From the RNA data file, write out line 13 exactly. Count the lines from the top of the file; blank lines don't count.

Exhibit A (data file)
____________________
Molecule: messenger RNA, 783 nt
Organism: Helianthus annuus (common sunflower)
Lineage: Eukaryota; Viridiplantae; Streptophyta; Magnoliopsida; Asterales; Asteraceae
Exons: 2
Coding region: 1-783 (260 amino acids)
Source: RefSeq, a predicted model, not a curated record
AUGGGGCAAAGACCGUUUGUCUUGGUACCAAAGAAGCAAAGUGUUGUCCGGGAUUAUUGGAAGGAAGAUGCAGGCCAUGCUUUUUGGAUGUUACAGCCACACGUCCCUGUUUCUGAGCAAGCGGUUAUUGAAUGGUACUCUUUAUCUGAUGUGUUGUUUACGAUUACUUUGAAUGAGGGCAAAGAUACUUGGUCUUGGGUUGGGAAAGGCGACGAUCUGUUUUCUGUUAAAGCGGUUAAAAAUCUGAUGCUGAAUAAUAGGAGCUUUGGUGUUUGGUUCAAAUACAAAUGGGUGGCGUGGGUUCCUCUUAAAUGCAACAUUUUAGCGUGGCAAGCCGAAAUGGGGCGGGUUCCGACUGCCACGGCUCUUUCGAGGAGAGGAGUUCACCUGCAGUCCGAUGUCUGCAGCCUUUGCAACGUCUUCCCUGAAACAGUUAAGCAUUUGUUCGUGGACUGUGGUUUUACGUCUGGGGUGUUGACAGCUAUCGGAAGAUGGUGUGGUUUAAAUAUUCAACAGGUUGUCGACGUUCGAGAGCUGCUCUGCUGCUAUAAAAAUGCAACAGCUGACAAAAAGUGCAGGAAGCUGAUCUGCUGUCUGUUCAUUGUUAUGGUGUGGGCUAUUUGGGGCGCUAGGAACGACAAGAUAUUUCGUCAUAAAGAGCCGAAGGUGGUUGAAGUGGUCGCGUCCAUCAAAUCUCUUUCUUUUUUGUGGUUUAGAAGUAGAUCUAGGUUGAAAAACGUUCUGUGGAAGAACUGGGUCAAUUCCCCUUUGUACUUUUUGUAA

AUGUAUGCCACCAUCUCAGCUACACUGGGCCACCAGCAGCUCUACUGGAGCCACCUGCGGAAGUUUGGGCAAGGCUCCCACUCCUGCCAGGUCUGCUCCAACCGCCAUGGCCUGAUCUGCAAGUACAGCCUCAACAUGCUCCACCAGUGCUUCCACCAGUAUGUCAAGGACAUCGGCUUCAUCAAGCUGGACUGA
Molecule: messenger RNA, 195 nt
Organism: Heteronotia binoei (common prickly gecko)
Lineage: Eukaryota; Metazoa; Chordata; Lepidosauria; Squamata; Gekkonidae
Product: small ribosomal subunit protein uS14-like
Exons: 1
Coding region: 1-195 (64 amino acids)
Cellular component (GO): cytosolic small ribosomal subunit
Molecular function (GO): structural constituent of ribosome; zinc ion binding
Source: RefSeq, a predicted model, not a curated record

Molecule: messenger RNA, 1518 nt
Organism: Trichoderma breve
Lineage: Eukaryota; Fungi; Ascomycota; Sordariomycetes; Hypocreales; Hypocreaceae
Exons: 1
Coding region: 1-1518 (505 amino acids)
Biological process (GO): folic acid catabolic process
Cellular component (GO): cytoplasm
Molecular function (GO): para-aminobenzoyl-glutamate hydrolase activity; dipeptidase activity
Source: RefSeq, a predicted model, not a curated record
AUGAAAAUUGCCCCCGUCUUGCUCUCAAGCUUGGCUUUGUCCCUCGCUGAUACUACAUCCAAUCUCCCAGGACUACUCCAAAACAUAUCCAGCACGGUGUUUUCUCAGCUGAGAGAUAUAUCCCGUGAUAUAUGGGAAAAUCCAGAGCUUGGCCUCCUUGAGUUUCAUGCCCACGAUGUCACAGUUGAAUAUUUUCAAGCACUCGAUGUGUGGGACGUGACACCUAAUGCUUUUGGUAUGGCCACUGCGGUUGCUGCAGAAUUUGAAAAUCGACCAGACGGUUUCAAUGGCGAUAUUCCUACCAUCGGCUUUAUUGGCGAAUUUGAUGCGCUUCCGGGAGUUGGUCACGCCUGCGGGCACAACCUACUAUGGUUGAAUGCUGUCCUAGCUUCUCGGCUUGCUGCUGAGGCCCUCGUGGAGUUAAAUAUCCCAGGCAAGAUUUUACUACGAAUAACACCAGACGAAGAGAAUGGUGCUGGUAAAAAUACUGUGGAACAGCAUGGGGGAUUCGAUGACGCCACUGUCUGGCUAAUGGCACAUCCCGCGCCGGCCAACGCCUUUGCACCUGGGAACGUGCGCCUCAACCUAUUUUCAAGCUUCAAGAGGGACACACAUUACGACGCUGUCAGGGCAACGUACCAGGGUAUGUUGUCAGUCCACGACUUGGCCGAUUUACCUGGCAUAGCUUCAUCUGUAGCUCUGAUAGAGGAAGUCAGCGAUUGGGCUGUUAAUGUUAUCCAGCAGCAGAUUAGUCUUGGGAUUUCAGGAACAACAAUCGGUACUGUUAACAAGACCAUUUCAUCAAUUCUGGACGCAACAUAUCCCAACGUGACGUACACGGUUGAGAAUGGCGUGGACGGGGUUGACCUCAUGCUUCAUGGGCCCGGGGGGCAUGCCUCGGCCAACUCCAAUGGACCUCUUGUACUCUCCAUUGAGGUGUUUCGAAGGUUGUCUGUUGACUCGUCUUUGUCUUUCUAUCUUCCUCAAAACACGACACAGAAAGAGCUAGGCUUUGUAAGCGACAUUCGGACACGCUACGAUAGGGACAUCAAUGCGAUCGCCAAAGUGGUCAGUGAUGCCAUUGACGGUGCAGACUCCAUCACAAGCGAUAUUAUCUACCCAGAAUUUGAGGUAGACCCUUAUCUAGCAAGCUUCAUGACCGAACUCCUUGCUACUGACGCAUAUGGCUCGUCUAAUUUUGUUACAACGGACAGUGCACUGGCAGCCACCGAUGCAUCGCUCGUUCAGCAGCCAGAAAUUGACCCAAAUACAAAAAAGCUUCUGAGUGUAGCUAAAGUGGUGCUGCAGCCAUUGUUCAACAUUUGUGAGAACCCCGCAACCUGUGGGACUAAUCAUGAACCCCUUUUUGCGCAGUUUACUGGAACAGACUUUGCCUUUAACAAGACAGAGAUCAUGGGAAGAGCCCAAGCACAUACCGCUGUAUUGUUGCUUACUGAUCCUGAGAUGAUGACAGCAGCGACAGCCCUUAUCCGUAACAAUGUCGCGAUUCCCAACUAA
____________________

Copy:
Exons: 1